Can tech help improve the experience of international students?

The Higher Education Commission has launched ‘Staying Ahead: Are International Students Going Down Under?’ - a new report highlighting the challenges of continuing to recruit overseas students to the UK. It raises a lot of questions about the UK's role as a leading provider of HE to the rest of the world - but can inclusive tech services help deliver a better experience for them?

UK higher education enjoys a world-class reputation and is second only to the USA in attracting overseas students. That position is under threat however, with falling numbers coming to the UK amid increased competition and concerns about increasing fees. I attended the launch event at the Houses of Parliament and amongst the many points raised saw an opportunity for tech to enhance the student experience and help stop the slide.

Stats presented by UKCISA showed a decline in international students in the last few years - this was attributed to many factors but discussion particularly focused on a need to identify a Unique Selling Proposition (USP) for UK HE that could attract international students. 

AbilityNet is passionate about the endless possibilities tech offers in an educational setting, especially for those with additional needs, so it was great to see the CEO of JISC on the panel mentioning the role of tech in HE systems and the difference it can make to the success of every students.

This includes internal admissions, student support systems that can identify study needs, accessible virtual learning environments (VLEs), and signposting support for assistive tech including apps and adjustments. 

We know that this type of technology has the potential to increase well-being, inclusion and support for students with disabilities and learning differences, but it also provides additional support for the whole cohort of students - so perhaps it provides a USP for attracting international talent?

It will be great to see what the future may hold for technology and education and the benefits it will bring to each individuals studies.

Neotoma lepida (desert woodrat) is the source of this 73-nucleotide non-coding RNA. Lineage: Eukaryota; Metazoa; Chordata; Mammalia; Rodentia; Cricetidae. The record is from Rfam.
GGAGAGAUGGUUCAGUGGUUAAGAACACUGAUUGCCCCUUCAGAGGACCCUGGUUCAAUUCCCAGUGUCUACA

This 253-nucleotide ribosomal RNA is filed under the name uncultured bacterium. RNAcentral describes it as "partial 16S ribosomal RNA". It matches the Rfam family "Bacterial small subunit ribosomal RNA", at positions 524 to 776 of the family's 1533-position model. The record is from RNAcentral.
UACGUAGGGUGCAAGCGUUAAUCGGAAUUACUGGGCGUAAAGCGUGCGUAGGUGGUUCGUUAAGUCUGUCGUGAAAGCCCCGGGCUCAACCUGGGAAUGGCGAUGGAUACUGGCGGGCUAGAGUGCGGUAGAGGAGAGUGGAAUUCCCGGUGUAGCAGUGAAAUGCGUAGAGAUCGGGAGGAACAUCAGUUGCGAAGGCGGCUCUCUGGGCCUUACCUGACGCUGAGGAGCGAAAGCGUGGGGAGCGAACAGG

More information

Read the report ‘Staying Ahead: Are International Students Going Down Under?’

The twitter handle used was @EduSkillsHE - use the hashtag #StayingAhead to follow ongoing discussion on Twitter.

AbilityNet offers support to students and advisers about technology and disabilities:

The Xbox Adaptive Controller - Gaming for Everyone

'Gaming for Everyone' is Microsoft's motto from Xbox and encapsulates their mission to make Xbox a more fun, diverse and inclusive place for everyone to play. Unfortunately 'everyone' has not always included all gamers, as many felt frustrated by the standard controller that made the console unplayable for people with a variety of health conditions and impairments. For those with mobility-limiting conditions the standard controller is challenging due to its inflexibility and inability to connect with assistive technology if, for example, you need to use a one-handed joystick.

But finally, gaming will be for everyone thanks to the Xbox Adaptive Controller, which was released this month as part of Global Accessibility Awareness Day.

Xbox Adaptive Controller

About the Xbox Adaptive Controller

Numerous features reveal inclusivity as the primary function of the device: like nineteen 3.5mm jack inputs to attach all the peripherals that can ease a user's gaming experience and two large buttons with light resistance and easy remapping of in-game controls.

Having inputs to attach peripherals allows the use of assistive technology such as the 3dRudder foot controller for gaming and also the Quadstick: a game controller for quadriplegics

The controller is the first of its kind released by a major company and targeted at the disability community, making this an important step forward in the accessibility in gaming space.

It is however important to acknowledge the work of smaller organisations such as SpecialEffect, an AbilityNet Tech4good Awards winner, that for some time have been using a range of modified and off-the-shelf technology to help people with physical disabilities to play video games.

V&A museum adds the Xbox Adaptive Controller to its collection

Xbox Adaptive Controller on display at the V&A MuseumThe Xbox Adaptive Controller was recently acquired by the V&A museum and added to their Rapid Response Collecting gallery because of its outstanding design.

Corinna Gardner, senior curator at the V&A, commented on the Xbox Adaptive Controller being added to a gallery at the V&A: "The Rapid Response Collecting is about bringing objects into the museum that signal moments of economic, political, social and technological change... The Xbox Adaptive Controller was an object that we thought very much captured a specific moment within the field of video games but also more broadly about social and inclusive design. It’s a real opportunity to bring an object into the collection that addresses the question of inclusive design head on. It’s an important and attractive acquisition for us here at the V&A."

The importance of accessibility in gaming

The reason gaming is so important for so many people is because it is the only form of medium that can unite imagination and interactivity to such a degree that you can put yourself in the center of the action. It makes you feel a sense of satisfaction and accomplishment whenever you complete an objective and the majority of people, with or without a disability, will otherwise not experience the thrill of driving a Ferrari in Monte Carlo or swinging around New York City like Spiderman.